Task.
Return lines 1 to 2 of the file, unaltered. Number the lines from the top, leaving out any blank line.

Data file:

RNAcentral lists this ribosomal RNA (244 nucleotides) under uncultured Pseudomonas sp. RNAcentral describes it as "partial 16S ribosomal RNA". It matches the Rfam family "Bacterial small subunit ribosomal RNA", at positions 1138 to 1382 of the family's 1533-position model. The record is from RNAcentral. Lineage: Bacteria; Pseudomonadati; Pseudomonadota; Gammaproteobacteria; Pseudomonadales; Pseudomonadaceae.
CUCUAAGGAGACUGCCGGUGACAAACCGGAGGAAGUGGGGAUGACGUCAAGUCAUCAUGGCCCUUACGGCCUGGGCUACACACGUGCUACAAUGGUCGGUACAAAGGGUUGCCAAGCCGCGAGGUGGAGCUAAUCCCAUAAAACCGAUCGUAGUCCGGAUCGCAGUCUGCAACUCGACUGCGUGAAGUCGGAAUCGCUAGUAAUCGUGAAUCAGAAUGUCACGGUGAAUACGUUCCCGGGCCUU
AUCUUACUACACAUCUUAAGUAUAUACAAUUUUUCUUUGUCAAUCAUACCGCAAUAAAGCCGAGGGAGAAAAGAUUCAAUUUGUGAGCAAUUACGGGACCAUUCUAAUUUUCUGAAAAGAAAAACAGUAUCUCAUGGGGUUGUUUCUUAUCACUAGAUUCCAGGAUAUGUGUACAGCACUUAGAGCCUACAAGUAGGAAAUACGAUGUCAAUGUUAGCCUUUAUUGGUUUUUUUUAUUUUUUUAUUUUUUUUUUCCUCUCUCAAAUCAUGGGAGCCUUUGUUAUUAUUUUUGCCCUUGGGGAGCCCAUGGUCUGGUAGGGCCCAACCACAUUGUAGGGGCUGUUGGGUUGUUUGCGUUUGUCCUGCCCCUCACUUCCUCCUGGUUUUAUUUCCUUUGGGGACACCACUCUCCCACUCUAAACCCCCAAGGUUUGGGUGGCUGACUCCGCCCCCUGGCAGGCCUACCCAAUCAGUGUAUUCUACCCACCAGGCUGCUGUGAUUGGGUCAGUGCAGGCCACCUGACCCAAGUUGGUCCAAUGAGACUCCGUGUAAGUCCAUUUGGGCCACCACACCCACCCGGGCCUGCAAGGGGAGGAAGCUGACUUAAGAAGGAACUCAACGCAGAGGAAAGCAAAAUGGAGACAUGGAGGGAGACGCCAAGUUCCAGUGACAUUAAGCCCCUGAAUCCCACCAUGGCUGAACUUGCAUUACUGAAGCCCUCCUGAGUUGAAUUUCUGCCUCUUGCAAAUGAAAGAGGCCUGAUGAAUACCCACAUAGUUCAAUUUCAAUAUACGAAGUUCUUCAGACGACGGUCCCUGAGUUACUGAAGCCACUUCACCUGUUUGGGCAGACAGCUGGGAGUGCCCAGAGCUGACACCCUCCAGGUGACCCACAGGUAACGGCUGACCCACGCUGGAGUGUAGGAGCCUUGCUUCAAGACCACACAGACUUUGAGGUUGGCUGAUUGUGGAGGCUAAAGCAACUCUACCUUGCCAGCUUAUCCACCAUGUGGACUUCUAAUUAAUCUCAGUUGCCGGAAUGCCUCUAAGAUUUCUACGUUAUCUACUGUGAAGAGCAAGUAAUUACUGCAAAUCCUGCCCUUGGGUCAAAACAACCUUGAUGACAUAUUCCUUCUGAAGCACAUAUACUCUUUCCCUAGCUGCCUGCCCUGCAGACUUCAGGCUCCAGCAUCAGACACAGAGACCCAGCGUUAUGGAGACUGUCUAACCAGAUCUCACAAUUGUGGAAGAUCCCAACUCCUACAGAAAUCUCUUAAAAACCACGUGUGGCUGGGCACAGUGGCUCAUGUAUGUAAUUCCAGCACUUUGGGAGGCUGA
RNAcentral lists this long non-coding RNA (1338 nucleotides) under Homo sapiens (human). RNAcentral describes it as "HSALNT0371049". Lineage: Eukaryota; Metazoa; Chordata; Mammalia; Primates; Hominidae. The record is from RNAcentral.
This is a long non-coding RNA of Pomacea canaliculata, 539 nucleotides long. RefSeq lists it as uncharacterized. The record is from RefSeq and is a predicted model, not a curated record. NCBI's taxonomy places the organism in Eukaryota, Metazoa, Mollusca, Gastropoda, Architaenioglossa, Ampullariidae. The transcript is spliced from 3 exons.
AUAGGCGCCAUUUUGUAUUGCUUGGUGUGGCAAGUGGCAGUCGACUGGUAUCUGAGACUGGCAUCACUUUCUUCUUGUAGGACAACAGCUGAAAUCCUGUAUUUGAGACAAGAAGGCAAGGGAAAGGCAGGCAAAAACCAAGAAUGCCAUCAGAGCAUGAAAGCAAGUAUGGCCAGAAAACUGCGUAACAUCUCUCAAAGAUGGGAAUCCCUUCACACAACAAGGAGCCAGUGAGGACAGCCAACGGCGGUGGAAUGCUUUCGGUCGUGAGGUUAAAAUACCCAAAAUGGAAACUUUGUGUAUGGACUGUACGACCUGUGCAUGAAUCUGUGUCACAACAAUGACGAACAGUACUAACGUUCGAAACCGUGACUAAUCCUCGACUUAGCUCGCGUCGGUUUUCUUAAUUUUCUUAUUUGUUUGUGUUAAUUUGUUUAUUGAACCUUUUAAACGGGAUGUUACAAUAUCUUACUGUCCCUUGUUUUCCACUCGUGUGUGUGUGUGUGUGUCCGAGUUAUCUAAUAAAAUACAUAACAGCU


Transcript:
RNAcentral lists this ribosomal RNA (244 nucleotides) under uncultured Pseudomonas sp. RNAcentral describes it as "partial 16S ribosomal RNA". It matches the Rfam family "Bacterial small subunit ribosomal RNA", at positions 1138 to 1382 of the family's 1533-position model. The record is from RNAcentral. Lineage: Bacteria; Pseudomonadati; Pseudomonadota; Gammaproteobacteria; Pseudomonadales; Pseudomonadaceae.
CUCUAAGGAGACUGCCGGUGACAAACCGGAGGAAGUGGGGAUGACGUCAAGUCAUCAUGGCCCUUACGGCCUGGGCUACACACGUGCUACAAUGGUCGGUACAAAGGGUUGCCAAGCCGCGAGGUGGAGCUAAUCCCAUAAAACCGAUCGUAGUCCGGAUCGCAGUCUGCAACUCGACUGCGUGAAGUCGGAAUCGCUAGUAAUCGUGAAUCAGAAUGUCACGGUGAAUACGUUCCCGGGCCUU